Definition of service user (based on Wallcraft 2003)

A service user is someone who is receiving or using (or has received or used) primary or secondary mental health care services.

The term ‘service user’ or ‘user’ is often seen as referring to those who use mental health services and are more concerned with service reform and improvement than with radical challenge.

However, some people strongly dislike being called ‘users’ as it sounds like ‘drug user’ or someone who uses other people. Others feel they did not choose to use services.

Definition of service user: Taken from Shaping Our Lives

Shaping Our Lives National User Network sees ‘service user’ as an active and positive term, which means more than one thing. It is important that ‘service user’ should always be based on self-identification. But here are some of the things we think it means.

  • It means that we are in an unequal and oppressive relationship with the state and society.
  • It is about entitlement to receive welfare services. This includes the past when we might have received them and the present. Some people still need to receive services but are no longer entitled to for many different reasons.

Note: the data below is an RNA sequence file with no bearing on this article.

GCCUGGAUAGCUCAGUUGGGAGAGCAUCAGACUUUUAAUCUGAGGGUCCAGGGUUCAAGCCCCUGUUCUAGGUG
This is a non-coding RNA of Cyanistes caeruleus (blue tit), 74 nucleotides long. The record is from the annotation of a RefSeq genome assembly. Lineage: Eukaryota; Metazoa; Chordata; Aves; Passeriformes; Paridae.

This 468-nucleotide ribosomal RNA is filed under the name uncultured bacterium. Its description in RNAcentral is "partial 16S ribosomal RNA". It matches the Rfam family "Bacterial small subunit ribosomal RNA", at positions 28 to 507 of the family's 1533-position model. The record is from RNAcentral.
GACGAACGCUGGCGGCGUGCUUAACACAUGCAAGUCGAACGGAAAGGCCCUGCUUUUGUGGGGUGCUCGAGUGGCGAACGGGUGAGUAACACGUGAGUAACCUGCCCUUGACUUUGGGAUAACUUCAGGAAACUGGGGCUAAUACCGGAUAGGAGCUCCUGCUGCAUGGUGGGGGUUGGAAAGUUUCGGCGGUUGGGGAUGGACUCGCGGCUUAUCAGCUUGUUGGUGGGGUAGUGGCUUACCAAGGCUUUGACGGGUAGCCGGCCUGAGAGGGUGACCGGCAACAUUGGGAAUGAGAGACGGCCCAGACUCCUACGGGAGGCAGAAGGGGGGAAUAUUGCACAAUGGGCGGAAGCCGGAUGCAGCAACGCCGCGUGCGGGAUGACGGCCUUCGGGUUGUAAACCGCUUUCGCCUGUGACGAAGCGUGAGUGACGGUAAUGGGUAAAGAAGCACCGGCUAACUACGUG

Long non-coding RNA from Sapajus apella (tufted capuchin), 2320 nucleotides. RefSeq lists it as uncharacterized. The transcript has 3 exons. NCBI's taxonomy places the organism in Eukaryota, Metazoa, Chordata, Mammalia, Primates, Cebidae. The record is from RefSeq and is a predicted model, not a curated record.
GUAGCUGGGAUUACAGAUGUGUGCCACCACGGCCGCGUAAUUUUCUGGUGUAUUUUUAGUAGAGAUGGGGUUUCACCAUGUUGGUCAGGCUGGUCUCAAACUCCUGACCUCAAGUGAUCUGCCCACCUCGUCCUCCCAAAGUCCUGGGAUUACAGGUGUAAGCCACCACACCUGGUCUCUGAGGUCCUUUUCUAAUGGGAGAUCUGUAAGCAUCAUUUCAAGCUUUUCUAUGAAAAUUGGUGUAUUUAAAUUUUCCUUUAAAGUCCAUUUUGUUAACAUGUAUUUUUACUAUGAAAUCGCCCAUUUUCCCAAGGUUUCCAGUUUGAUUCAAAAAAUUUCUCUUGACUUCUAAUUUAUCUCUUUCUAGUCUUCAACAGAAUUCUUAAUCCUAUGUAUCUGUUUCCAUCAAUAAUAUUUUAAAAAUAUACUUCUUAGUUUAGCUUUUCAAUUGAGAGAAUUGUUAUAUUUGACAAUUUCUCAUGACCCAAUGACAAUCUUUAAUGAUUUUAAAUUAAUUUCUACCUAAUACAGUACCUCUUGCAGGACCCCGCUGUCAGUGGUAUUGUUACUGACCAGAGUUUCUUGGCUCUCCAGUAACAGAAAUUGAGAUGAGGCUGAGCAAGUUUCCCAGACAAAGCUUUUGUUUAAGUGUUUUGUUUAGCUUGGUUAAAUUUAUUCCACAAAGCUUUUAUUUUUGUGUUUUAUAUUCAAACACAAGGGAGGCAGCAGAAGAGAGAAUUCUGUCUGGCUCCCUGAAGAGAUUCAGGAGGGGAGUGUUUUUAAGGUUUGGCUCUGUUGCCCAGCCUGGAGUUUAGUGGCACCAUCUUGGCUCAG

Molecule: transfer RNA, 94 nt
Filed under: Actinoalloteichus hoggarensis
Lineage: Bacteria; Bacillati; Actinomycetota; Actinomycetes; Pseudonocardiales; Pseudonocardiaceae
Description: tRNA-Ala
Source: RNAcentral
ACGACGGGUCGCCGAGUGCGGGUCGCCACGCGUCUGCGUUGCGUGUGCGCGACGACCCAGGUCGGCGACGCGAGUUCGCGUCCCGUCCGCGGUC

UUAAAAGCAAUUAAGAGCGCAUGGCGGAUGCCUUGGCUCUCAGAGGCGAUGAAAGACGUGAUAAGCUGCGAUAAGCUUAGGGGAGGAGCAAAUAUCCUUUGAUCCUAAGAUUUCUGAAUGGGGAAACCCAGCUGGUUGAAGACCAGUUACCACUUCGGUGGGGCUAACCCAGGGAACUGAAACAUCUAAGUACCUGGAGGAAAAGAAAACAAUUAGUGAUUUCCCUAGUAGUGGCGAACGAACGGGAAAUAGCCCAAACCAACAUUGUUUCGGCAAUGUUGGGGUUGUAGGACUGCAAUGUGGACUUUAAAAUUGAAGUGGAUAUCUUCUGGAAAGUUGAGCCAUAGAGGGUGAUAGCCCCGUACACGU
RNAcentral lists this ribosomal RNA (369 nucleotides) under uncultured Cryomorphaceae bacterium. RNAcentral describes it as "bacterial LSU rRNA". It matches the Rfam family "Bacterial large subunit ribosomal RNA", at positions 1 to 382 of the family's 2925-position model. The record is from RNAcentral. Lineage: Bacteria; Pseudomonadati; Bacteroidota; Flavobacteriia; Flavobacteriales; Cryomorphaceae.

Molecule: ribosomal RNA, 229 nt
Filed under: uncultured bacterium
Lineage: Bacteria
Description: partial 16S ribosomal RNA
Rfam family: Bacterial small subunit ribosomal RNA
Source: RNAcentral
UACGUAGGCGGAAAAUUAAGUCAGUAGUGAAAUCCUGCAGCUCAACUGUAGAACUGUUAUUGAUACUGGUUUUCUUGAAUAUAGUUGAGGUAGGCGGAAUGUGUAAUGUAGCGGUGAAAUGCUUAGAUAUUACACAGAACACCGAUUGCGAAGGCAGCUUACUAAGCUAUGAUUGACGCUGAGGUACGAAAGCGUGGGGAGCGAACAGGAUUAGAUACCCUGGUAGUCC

• It may mean having to use services for a long time which separate us from other people and which make people think we are inferior and that there is something wrong with us.
  • Being a service user means that we can identify and recognise that we share a lot of experiences with a wide range of other people who use services. This might include, for example, young people with experience of being looked after in care, people with learning difficulties, mental health service users, older people, physically and/or sensory impaired people, people using palliative care services and people with drug and alcohol problems.

This last point about recognising our shared experiences of using services, whoever we are, makes us powerful and gives us a strong voice to improve the services we are given and to give us more control and say over what kind of services we want.

What people sometimes mean by the term ‘service user’.

The term ‘service user’ can be used to restrict your identity as if all you are is a passive recipient of health and welfare services. That is to say that a service user can be seen to be someone who has things ‘done to them’ or who quietly accepts and receives a service. This makes it seem that the most important thing about you is that you use or have used services. It ignores all the other things you do and which make up who you are as a person. This is not what Shaping Our Lives National User Network means when we talk of ‘service users’.